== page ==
And precisely what would those reporters miss if they were kicked off the bus? Not much. Just a baloney-and-cheese-and-Cheetos man — that’s his favorite lunch — talking to American citizens at late-night campaign stops who have no idea why they’ve even come out to support Bush, and are willing to say as much on camera. It’s enough to make you wonder if we didn’t get the president we deserved….
…Until you see Unprecedented: The 2000 Presidential Election, and get mad all over again. This documentary comes from producers who are basically a bunch of troublemakers who’ve made films about Enron and Waco and edited books about the attack on civil liberties since 9/11. So you can imagine their take on what went on in Florida in November and December of 2000. They’re not shrugging it off, and they’re not saying Get over it.
They’re preaching to the choir, but what the hell. This is an infuriating summation of the problems in Florida that were, at best, the result of sheer incompetence and systemic petty corruption for which no one has accepted (or been forced to accept) blame, and at worst, blatant and intentional criminal and perhaps even treasonous acts of the most obscene order.
You’d think that the state officials accused here of illegally turning registered voters away from the polls would care to respond. You’d think that someone from the Florida governor’s office would like to dispute the here apparently proven fact that thousands of legitimate voters were defamed as convicted felons — and denied their votes — thousands of mostly black people, who mostly vote Democrat. But they get up and walk off camera when the questioning gets beyond “Hello,” or they sputter incoherently in response to questions. What are we supposed to think?
Bush supporters would have us think, likely, that this is a one-sided presentation that gives no voice to other points of view. But the evidence here seems damning that, as the film baldly states, the fix was in in Florida. Jeb Bush is on record as saying on his campaign trail that he would do “probably nothing” for black constituents. Voter irregularities and police intimidation at the polls — like we’re living in the Jim Crow 1950s — is documented. The conflicts of interest of those intimately involved in eventually seeing Bush declared president appear indisputable: Secretary of State Katherine Harris, the chief elections officer, was also cochair of Bush for President in Florida; the Supreme Court justices who sided with the Bush campaign’s disregard for state law has personal stakes in his winning.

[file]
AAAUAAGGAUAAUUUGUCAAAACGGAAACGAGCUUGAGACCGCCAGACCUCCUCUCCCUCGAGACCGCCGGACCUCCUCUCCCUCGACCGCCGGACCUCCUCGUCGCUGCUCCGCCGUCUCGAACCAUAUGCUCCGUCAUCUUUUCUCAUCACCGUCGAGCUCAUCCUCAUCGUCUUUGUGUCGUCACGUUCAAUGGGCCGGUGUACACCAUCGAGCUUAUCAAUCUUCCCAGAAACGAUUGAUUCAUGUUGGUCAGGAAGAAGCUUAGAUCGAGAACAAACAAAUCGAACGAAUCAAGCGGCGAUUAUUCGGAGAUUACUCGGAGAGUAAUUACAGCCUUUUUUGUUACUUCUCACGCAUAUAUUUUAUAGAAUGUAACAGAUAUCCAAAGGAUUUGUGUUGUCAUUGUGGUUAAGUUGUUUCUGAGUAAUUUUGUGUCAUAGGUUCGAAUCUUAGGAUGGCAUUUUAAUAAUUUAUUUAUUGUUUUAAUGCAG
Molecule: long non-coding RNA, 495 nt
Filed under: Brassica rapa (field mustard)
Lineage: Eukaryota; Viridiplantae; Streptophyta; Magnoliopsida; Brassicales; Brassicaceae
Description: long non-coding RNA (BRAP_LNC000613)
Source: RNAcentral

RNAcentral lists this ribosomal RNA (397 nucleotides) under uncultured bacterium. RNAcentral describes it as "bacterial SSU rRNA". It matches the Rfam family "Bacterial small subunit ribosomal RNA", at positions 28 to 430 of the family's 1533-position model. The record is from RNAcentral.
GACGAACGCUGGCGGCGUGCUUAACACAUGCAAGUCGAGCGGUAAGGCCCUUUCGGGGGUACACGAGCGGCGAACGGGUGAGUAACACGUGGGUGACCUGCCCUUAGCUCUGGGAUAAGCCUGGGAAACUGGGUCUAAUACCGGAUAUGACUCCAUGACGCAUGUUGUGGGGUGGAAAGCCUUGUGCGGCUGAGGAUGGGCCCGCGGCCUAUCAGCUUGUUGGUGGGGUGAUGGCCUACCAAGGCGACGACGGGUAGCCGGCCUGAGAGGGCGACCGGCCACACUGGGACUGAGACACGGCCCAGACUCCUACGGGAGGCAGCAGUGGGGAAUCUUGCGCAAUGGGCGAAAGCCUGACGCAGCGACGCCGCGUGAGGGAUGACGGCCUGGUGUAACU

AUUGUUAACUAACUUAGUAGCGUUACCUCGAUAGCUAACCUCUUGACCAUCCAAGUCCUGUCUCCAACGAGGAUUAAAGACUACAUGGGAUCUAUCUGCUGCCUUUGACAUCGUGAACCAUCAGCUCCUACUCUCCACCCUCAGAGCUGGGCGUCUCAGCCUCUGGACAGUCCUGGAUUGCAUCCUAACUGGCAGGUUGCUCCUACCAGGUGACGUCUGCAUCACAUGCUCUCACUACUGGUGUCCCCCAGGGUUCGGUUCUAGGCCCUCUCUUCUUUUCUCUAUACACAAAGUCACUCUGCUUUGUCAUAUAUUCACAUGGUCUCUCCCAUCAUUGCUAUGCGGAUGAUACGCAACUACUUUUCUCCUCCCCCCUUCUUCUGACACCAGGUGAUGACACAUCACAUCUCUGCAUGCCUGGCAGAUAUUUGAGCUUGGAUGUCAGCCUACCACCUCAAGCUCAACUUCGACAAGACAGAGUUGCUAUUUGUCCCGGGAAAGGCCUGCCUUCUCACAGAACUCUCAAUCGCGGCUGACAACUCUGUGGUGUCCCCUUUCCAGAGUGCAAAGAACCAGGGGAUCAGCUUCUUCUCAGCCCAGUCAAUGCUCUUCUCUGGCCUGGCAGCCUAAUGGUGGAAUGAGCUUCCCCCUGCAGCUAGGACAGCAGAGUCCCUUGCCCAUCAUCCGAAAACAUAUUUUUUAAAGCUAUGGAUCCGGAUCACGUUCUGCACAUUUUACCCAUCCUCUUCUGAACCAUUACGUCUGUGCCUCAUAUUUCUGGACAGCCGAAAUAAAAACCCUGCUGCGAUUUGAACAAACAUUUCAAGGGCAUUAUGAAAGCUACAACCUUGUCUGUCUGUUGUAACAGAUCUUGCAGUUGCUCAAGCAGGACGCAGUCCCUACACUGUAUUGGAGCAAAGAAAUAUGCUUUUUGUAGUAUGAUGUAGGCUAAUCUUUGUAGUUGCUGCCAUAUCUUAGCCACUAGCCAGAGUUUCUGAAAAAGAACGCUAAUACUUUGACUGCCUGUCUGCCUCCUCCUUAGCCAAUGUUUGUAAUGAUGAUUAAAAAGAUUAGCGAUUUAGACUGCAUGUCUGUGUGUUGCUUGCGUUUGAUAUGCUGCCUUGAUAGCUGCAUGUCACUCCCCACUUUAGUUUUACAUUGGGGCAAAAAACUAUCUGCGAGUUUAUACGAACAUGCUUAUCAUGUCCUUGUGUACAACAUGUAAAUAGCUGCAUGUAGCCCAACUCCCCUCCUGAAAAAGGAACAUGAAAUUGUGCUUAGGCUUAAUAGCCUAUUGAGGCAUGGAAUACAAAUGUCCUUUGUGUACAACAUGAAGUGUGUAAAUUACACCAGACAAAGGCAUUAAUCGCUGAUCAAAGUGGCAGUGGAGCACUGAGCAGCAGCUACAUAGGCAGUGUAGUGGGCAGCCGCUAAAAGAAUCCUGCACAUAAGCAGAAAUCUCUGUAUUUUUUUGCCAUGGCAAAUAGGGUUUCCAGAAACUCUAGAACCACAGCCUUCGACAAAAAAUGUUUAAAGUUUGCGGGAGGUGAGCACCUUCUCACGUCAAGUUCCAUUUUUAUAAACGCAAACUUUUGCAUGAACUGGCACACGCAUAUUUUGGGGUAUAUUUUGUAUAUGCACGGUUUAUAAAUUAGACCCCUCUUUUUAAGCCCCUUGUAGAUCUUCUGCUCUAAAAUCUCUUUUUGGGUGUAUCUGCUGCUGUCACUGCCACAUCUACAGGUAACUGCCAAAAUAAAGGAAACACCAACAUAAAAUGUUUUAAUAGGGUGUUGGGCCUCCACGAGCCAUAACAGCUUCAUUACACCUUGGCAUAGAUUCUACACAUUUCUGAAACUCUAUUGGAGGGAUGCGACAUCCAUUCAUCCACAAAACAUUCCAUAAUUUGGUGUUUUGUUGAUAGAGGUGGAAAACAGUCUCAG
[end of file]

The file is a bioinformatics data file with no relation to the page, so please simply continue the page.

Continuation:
And in case you’re wondering, Gore isn’t let off the hook, either — he gets lumped with a small share of the blame, for not pushing hard enough to see justice done. It’s in inequities of the system, the ease with which the system can be manipulated, and the illusions of impartiality behind those manipulations that the film rails against.
It’s pretty convincing to me… but then, I was already convinced. Unprecedented is unlikely to change any minds, particularly when this argument is presented calmly and rationally and with a willingness to be refuted — if only anyone is both willing and able to refute it — and that cannot hope to compete in our media environment today, when only antagonistic shouts are heard.